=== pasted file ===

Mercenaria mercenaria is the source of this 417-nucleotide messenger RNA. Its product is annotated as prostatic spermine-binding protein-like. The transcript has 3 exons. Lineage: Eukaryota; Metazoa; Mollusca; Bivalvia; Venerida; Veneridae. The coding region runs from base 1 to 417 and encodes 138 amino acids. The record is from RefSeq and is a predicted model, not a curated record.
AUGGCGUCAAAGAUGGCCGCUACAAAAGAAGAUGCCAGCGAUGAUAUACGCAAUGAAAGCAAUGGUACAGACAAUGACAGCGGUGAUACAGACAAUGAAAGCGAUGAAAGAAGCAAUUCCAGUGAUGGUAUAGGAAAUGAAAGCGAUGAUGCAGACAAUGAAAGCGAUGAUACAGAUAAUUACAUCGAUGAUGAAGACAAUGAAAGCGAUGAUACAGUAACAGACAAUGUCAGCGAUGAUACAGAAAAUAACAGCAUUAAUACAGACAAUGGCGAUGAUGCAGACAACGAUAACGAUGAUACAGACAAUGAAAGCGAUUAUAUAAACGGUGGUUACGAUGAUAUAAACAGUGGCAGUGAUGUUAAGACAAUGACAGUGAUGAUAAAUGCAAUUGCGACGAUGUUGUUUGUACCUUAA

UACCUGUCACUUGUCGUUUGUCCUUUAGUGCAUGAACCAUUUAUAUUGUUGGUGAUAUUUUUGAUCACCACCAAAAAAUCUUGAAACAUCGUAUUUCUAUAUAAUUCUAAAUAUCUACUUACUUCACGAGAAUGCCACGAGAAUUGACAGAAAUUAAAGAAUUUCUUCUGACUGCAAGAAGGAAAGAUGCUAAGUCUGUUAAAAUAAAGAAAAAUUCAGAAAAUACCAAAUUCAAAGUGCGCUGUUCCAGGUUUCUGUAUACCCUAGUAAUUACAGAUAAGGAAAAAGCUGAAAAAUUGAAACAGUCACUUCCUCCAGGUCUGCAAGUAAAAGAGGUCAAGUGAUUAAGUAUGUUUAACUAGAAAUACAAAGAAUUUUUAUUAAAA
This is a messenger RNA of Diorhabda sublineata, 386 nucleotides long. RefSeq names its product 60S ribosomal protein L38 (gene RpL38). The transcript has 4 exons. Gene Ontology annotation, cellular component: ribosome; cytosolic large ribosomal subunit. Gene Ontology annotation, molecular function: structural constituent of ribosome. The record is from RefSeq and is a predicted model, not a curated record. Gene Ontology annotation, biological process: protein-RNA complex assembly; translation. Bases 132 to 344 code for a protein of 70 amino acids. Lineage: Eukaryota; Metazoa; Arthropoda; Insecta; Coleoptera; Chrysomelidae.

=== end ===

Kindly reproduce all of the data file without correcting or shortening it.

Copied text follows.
Mercenaria mercenaria is the source of this 417-nucleotide messenger RNA. Its product is annotated as prostatic spermine-binding protein-like. The transcript has 3 exons. Lineage: Eukaryota; Metazoa; Mollusca; Bivalvia; Venerida; Veneridae. The coding region runs from base 1 to 417 and encodes 138 amino acids. The record is from RefSeq and is a predicted model, not a curated record.
AUGGCGUCAAAGAUGGCCGCUACAAAAGAAGAUGCCAGCGAUGAUAUACGCAAUGAAAGCAAUGGUACAGACAAUGACAGCGGUGAUACAGACAAUGAAAGCGAUGAAAGAAGCAAUUCCAGUGAUGGUAUAGGAAAUGAAAGCGAUGAUGCAGACAAUGAAAGCGAUGAUACAGAUAAUUACAUCGAUGAUGAAGACAAUGAAAGCGAUGAUACAGUAACAGACAAUGUCAGCGAUGAUACAGAAAAUAACAGCAUUAAUACAGACAAUGGCGAUGAUGCAGACAACGAUAACGAUGAUACAGACAAUGAAAGCGAUUAUAUAAACGGUGGUUACGAUGAUAUAAACAGUGGCAGUGAUGUUAAGACAAUGACAGUGAUGAUAAAUGCAAUUGCGACGAUGUUGUUUGUACCUUAA

UACCUGUCACUUGUCGUUUGUCCUUUAGUGCAUGAACCAUUUAUAUUGUUGGUGAUAUUUUUGAUCACCACCAAAAAAUCUUGAAACAUCGUAUUUCUAUAUAAUUCUAAAUAUCUACUUACUUCACGAGAAUGCCACGAGAAUUGACAGAAAUUAAAGAAUUUCUUCUGACUGCAAGAAGGAAAGAUGCUAAGUCUGUUAAAAUAAAGAAAAAUUCAGAAAAUACCAAAUUCAAAGUGCGCUGUUCCAGGUUUCUGUAUACCCUAGUAAUUACAGAUAAGGAAAAAGCUGAAAAAUUGAAACAGUCACUUCCUCCAGGUCUGCAAGUAAAAGAGGUCAAGUGAUUAAGUAUGUUUAACUAGAAAUACAAAGAAUUUUUAUUAAAA
This is a messenger RNA of Diorhabda sublineata, 386 nucleotides long. RefSeq names its product 60S ribosomal protein L38 (gene RpL38). The transcript has 4 exons. Gene Ontology annotation, cellular component: ribosome; cytosolic large ribosomal subunit. Gene Ontology annotation, molecular function: structural constituent of ribosome. The record is from RefSeq and is a predicted model, not a curated record. Gene Ontology annotation, biological process: protein-RNA complex assembly; translation. Bases 132 to 344 code for a protein of 70 amino acids. Lineage: Eukaryota; Metazoa; Arthropoda; Insecta; Coleoptera; Chrysomelidae.